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December 5, 2006

"Buying Respectability" to broadcast December 14

Colonial Williamsburg’s 2006 – 2007 season of Electronic Field Trips continues with “Buying Respectability” Dec. 14. The third broadcast in the series explores how the demand for goods and services in the early part of the 18th century changed Williamsburg’s economy, examines how important status symbols were in a class-conscious society, and reveals the impact of taxation and British mercantilism in the colonies.

Produced by Colonial Williamsburg’s Division of Productions, Publications and Learning Ventures, Electronic Field Trips are broadcast one Thursday each month from October through April at 10 a.m. and 1 p.m. Eastern time on participating PBS stations and cable channels. Registered users may also view the program via the Internet. The programs consist of a one-hour live broadcast which includes a story on subjects from the colonial period through the early life of the United States. Students in participating schools may call the program from their classrooms during the broadcast to ask questions of historians on the air. The productions are supported with comprehensive lesson plans, glossaries, timelines, Internet activities and online connectivity to Colonial Williamsburg historians.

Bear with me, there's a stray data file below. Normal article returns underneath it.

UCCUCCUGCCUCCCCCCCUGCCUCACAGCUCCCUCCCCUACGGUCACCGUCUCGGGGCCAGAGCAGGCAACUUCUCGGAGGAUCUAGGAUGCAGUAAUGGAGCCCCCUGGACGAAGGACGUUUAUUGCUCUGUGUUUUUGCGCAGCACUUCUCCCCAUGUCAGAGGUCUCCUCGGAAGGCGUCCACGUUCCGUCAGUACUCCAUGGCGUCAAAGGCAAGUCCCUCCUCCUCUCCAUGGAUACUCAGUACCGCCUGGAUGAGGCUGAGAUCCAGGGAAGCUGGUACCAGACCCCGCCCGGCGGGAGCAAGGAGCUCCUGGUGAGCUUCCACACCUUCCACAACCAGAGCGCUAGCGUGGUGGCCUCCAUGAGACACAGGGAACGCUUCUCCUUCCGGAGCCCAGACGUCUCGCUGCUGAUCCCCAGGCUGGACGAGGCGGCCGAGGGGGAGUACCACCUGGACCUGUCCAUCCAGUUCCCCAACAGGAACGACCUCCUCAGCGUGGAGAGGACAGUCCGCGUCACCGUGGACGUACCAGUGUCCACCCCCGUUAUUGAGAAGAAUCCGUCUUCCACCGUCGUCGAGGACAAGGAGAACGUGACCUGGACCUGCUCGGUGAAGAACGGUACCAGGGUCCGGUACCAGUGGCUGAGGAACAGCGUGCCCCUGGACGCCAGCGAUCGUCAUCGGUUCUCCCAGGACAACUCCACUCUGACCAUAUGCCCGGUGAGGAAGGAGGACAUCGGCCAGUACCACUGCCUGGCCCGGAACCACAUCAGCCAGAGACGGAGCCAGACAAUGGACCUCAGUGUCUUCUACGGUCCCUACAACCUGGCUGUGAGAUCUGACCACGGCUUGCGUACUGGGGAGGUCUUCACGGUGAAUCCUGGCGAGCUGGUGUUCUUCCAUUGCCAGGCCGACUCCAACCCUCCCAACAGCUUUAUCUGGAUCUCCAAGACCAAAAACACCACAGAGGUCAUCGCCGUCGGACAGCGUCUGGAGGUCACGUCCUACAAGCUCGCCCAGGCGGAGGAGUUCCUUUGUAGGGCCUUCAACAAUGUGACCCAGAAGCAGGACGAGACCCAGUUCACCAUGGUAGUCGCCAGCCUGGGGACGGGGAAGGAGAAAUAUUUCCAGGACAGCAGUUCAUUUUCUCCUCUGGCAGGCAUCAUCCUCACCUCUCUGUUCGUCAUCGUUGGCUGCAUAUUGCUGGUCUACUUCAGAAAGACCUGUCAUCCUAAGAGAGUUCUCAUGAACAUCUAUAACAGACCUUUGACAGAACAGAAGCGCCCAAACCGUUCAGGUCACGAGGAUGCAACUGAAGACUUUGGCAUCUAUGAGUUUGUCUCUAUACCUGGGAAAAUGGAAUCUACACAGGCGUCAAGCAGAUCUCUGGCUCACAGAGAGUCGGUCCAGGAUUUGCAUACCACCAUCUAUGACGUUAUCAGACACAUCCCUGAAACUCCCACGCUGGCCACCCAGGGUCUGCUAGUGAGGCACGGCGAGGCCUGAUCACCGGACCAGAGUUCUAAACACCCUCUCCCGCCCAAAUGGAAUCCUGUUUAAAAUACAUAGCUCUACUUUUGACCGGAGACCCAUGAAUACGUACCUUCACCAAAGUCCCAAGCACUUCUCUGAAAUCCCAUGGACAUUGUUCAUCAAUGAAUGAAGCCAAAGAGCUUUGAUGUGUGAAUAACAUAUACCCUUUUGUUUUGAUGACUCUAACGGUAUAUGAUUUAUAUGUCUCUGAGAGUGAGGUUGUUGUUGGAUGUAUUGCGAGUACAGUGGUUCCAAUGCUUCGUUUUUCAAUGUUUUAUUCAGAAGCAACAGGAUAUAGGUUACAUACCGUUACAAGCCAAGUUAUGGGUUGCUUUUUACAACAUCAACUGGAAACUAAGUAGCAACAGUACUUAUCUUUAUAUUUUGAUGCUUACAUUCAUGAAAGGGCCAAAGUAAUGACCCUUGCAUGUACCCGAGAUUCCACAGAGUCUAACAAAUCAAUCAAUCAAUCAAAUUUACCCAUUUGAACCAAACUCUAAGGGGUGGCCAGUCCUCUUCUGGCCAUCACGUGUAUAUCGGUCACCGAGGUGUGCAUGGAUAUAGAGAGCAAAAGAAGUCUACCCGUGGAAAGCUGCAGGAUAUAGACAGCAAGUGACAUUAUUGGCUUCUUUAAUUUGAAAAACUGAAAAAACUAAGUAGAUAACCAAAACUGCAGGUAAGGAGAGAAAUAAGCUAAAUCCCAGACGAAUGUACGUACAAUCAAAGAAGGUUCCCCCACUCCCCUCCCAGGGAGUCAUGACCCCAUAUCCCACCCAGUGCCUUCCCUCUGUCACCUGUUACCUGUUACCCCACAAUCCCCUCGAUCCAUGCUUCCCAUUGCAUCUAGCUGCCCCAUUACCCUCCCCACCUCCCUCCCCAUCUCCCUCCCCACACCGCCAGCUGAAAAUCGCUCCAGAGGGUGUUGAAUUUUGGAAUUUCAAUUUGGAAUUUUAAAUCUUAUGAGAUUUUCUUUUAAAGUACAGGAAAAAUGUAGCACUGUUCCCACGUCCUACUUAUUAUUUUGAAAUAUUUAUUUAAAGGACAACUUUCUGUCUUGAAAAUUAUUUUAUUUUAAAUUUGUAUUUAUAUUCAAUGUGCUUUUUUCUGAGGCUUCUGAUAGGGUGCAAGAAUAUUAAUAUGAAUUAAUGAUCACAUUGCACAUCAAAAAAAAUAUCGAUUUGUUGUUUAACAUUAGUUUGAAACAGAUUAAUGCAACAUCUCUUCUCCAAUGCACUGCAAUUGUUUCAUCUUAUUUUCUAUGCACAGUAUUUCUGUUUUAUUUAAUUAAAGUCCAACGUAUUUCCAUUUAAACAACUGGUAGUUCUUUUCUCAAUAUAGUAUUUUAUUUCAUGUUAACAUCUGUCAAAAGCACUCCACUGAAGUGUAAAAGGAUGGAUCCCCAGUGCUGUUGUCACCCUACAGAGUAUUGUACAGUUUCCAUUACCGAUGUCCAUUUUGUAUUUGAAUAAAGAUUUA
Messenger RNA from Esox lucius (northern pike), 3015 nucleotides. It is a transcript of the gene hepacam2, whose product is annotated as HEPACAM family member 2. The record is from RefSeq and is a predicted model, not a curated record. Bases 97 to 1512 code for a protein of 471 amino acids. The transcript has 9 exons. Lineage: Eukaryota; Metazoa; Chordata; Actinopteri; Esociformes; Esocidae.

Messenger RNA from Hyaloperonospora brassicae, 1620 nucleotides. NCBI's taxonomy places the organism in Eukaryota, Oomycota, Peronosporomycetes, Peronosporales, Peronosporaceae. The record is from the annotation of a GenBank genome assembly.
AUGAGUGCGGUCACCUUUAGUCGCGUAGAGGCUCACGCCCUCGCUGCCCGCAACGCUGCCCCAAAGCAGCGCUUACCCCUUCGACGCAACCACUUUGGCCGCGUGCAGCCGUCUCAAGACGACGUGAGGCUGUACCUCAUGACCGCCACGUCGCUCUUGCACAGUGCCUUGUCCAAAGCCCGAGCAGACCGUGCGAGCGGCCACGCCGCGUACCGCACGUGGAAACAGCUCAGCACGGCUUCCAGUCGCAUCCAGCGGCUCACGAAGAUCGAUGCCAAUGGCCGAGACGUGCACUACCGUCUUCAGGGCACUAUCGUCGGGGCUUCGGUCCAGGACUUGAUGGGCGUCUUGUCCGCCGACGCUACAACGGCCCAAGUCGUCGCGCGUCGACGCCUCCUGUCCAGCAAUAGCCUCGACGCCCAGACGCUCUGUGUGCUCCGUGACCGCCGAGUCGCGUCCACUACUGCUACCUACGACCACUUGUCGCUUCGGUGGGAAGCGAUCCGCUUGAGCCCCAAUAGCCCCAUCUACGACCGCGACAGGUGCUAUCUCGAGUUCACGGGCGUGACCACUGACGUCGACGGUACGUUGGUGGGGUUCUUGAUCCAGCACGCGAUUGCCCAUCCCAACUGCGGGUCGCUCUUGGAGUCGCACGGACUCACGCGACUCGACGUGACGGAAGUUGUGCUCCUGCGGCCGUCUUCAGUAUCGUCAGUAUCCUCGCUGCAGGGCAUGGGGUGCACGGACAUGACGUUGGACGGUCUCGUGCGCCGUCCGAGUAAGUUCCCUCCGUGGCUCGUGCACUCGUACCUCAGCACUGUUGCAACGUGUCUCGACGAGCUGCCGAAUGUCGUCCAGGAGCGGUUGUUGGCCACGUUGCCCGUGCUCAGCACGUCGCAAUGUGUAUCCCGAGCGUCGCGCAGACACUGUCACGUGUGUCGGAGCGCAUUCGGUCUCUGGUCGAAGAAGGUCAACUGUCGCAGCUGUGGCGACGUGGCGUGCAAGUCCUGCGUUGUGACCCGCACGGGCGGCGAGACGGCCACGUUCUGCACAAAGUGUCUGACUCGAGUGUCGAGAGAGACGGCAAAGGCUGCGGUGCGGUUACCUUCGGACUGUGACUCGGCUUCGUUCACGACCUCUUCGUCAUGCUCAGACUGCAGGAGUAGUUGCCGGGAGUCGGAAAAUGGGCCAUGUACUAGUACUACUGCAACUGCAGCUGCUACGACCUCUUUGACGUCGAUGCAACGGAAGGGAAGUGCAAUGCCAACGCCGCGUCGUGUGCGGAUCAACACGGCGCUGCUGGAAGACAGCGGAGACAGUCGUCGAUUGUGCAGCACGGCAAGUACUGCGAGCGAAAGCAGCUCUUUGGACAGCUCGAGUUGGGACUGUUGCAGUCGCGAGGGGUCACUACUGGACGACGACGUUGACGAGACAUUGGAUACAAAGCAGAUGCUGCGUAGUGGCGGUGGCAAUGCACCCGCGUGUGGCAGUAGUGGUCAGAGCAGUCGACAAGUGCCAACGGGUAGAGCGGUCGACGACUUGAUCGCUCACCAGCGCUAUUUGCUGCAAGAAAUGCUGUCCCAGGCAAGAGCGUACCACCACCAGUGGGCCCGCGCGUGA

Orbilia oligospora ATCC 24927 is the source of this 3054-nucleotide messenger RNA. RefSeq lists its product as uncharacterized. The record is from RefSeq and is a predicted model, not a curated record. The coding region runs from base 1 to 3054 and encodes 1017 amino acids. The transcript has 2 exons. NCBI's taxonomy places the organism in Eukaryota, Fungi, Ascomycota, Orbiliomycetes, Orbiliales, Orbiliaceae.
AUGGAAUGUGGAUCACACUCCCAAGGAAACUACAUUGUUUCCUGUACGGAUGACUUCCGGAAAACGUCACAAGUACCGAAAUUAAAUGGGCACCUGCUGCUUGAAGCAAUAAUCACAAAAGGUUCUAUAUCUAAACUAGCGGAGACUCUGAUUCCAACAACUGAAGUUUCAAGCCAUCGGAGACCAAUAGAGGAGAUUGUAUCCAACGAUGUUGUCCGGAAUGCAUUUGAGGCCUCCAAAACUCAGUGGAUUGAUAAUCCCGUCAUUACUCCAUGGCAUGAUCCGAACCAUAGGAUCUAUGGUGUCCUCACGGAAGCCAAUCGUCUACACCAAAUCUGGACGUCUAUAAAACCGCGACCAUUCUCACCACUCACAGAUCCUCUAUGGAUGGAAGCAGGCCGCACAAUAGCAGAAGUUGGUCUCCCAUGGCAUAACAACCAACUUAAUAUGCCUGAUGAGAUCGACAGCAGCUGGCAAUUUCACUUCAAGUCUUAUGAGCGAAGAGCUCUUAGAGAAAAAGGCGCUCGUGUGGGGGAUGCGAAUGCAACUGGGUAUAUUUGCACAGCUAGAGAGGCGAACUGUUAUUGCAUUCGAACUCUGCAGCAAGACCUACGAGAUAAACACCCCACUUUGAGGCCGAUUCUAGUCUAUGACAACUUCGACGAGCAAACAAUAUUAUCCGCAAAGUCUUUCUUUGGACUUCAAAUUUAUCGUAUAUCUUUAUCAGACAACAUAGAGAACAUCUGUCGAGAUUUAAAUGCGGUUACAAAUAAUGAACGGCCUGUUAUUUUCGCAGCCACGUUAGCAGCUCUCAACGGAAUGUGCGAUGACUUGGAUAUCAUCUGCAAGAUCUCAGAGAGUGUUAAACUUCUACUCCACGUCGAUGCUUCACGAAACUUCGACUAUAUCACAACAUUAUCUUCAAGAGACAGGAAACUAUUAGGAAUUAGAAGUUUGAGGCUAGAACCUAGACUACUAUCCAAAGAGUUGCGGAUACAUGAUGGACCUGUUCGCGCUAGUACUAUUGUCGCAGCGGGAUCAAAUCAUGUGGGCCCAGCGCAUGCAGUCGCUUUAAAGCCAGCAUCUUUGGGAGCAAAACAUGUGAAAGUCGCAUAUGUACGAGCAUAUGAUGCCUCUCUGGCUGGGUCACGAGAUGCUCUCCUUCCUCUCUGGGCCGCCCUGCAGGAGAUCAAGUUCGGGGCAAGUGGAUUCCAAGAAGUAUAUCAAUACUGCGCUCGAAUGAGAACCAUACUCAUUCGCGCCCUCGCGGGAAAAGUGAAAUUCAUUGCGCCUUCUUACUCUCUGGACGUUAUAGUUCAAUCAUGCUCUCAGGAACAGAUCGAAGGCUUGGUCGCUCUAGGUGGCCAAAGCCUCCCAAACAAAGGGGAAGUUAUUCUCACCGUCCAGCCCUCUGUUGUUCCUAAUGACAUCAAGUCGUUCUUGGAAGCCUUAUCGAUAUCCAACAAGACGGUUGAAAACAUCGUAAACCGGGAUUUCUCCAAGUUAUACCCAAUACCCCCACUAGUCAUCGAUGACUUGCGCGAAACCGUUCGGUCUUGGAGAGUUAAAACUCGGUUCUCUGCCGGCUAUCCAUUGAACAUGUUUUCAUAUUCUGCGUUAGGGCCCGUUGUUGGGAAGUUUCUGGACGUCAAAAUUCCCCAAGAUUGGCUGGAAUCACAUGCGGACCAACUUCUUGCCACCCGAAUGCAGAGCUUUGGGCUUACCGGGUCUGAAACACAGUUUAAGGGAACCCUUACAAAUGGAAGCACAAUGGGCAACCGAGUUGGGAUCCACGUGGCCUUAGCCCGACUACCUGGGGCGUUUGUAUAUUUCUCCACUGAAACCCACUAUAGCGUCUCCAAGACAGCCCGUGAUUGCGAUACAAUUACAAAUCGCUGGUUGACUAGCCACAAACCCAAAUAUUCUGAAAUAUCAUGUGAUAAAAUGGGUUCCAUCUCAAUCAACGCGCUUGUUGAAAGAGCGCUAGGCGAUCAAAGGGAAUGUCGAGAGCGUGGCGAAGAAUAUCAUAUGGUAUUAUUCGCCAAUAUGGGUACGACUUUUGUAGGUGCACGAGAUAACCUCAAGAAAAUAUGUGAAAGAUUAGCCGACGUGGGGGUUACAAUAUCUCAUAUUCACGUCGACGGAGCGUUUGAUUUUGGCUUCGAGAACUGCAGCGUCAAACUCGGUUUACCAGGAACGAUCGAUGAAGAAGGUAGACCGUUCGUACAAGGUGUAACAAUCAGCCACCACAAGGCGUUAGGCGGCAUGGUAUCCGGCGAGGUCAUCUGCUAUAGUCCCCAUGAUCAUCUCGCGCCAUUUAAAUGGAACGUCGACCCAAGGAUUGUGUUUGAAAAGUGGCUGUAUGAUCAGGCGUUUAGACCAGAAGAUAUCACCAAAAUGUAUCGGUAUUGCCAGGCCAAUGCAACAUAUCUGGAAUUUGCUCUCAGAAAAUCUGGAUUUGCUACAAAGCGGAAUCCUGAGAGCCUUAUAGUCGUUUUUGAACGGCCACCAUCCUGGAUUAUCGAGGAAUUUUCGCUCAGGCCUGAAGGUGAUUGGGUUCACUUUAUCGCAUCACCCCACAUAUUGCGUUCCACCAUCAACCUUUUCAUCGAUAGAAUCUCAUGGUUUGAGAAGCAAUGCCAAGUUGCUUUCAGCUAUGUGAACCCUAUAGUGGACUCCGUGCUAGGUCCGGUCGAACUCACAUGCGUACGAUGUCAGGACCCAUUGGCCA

Jan. 18, 2007: “Influenced by None” examines one of the principles contemporary Americans take for granted – freedom of the press – and introduces Clementina Rind, a woman newspaper publisher who lived in Williamsburg in the 18th century.

“The Slave Trade” premieres Feb. 15, 2007, and examines a law passed in 1807 which abolished transatlantic slave trade and changed the lives of slaves, plantation owners, naval officers, government officials and abolitionists.

March 22, 2007, “Made In America,” examines how technology has revolutionized the nature of work over three centuries.

The series concludes April 26, 2007, in time for the 400th anniversary of the discovery of Jamestown with the premiere of “Jamestown Unearthed,” which looks at how history is written and re-evaluated as new methods of study are introduced and archaeological discoveries offer new clues to interpreting history.

As the nation’s leading educational resource for early American history, the Colonial Williamsburg Foundation uses the Internet and interactive television technology to bring the 18th century to life for more than one million students throughout the United States each year.

For more information or to register for the
Electronic Field Trip Series visit http://www.history.org/history/teaching/eft.cfm
or contact the Electronic Field Trip registrar at 1-800-761-8331 or by e-mail at EFTSupport@cwf.org.

Media Contact:
Barbara Brown
(757) 220-7280



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